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Cell Death Differ. 1996 Jul;3(3):323-30.

Apparent inhibition of apoptosis by polyamines and aminothiols in DNA fragmentation assays is artifactual.

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1
Wood Hudson Cancer Research Laboratory, Newport, Kentucky.

Abstract

We report that, in commonly used DNA fragmentation assays, polyamines and the radioprotective aminothiol WR1065 artifactually depress the degree of spontaneous or induced cellular apoptosis in two distinct ways. Firstly, in assays utilizing Hoechst 33258 dye to measure apoptotic DNA, both amines quench the fluorescence of low affinity dye/DNA binding resulting in preferential underestimation of DNA in the apoptotic DNA fraction and a resultant underestimation of the extent of DNA fragmentation. Secondly, these amines can cause aggregation and condensation of apoptotic DNA, causing anomalous sedimentation under conditions universally employed to separate apoptotic from intact DNA in cell lysates. This anomalous sedimentation of apoptotic DNA leads to underestimation of fragmentation in fluorescence assays as well as in agarose gel assays. We demonstrate that manipulation of the ionic strength of the lysis buffer or lowering the dye concentration ameliorates the effects of dye quenching in the Hoechst assay. Alternatively, this effect is alleviated by substituting DAPI for Hoechst in this assay. Inclusion of a polyanion to the lysis buffer antagonizes the condensation and anomalous sedimentation of apoptotic DNA observed regardless of which dye is used in the assay. These studies call into question the validity of previously reported studies suggesting that polyamines and the radioprotective aminothiol, WR1065, inherently suppress the apoptotic process and underline the need to consider alternative endpoints of apoptosis such as morphology in order to assess effects on cellular apoptosis of exogenously added agents, particularly di- or polycations.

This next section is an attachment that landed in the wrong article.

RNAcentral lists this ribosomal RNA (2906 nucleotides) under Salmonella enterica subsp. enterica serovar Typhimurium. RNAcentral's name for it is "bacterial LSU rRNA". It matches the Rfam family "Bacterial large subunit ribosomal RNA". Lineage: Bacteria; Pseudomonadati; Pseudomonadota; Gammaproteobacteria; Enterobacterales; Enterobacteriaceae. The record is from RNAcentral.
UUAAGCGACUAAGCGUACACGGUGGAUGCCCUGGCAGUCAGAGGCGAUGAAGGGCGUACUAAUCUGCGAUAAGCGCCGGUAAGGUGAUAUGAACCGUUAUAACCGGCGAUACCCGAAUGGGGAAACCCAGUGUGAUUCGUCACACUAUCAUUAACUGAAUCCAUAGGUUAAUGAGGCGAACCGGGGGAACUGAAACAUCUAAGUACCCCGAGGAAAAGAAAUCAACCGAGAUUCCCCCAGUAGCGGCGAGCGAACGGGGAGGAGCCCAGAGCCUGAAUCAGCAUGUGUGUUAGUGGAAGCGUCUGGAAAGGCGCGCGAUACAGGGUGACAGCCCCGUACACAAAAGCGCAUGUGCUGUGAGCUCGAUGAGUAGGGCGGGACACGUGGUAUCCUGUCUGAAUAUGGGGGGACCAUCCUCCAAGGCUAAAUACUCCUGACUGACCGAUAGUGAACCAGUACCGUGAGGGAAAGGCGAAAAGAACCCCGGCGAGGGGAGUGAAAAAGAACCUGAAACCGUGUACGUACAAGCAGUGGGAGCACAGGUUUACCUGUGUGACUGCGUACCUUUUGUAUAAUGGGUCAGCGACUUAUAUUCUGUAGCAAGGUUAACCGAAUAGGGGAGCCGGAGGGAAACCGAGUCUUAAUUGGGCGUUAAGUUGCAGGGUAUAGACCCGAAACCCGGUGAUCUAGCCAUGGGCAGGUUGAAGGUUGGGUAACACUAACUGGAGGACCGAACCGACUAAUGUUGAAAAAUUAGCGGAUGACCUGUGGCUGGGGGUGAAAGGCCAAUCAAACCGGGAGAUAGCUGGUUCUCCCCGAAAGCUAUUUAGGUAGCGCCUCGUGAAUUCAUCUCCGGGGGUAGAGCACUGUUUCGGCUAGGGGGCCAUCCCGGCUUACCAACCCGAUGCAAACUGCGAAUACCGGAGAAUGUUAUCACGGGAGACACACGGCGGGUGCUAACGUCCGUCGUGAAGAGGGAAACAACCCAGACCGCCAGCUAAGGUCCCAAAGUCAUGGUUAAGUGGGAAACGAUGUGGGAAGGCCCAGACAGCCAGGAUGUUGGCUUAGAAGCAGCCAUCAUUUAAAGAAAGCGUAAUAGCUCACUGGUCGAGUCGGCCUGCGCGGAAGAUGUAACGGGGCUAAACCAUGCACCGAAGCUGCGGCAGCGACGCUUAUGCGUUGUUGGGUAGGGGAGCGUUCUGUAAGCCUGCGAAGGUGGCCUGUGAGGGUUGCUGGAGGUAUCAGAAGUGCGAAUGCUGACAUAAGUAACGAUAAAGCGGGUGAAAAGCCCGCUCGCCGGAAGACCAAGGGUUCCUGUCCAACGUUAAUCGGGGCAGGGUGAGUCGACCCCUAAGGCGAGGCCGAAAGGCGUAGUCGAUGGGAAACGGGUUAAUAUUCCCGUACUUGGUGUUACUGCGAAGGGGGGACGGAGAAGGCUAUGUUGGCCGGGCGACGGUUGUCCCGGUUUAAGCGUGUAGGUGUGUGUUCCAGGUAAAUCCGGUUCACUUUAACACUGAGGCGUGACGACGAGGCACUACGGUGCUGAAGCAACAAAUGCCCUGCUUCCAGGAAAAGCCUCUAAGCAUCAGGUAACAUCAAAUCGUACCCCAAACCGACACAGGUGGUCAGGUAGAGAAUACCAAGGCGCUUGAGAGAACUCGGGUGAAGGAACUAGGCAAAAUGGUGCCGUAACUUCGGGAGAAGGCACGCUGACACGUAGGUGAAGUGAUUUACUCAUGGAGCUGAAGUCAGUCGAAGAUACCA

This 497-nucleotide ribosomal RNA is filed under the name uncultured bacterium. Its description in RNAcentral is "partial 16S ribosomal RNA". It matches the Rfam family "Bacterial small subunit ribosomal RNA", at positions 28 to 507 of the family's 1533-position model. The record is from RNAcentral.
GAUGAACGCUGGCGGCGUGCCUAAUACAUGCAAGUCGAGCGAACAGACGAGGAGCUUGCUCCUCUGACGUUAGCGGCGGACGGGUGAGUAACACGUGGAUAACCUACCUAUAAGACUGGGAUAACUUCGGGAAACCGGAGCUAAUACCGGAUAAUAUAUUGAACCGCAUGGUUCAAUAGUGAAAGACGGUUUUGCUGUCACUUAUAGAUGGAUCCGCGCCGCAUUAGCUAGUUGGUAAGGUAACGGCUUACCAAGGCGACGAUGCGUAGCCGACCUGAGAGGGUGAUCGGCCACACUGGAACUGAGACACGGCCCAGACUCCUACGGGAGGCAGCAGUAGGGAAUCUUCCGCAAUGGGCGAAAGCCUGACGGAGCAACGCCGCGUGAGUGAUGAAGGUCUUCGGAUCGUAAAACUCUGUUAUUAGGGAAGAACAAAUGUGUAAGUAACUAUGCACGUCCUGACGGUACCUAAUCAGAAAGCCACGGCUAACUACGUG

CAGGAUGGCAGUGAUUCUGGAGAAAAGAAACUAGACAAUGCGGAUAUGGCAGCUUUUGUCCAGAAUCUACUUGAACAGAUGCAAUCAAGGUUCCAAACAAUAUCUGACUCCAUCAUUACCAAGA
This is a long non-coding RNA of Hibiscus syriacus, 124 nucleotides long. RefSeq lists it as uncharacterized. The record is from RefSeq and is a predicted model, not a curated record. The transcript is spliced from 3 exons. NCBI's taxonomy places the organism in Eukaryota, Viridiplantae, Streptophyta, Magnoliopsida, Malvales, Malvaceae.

PMID:
17180101
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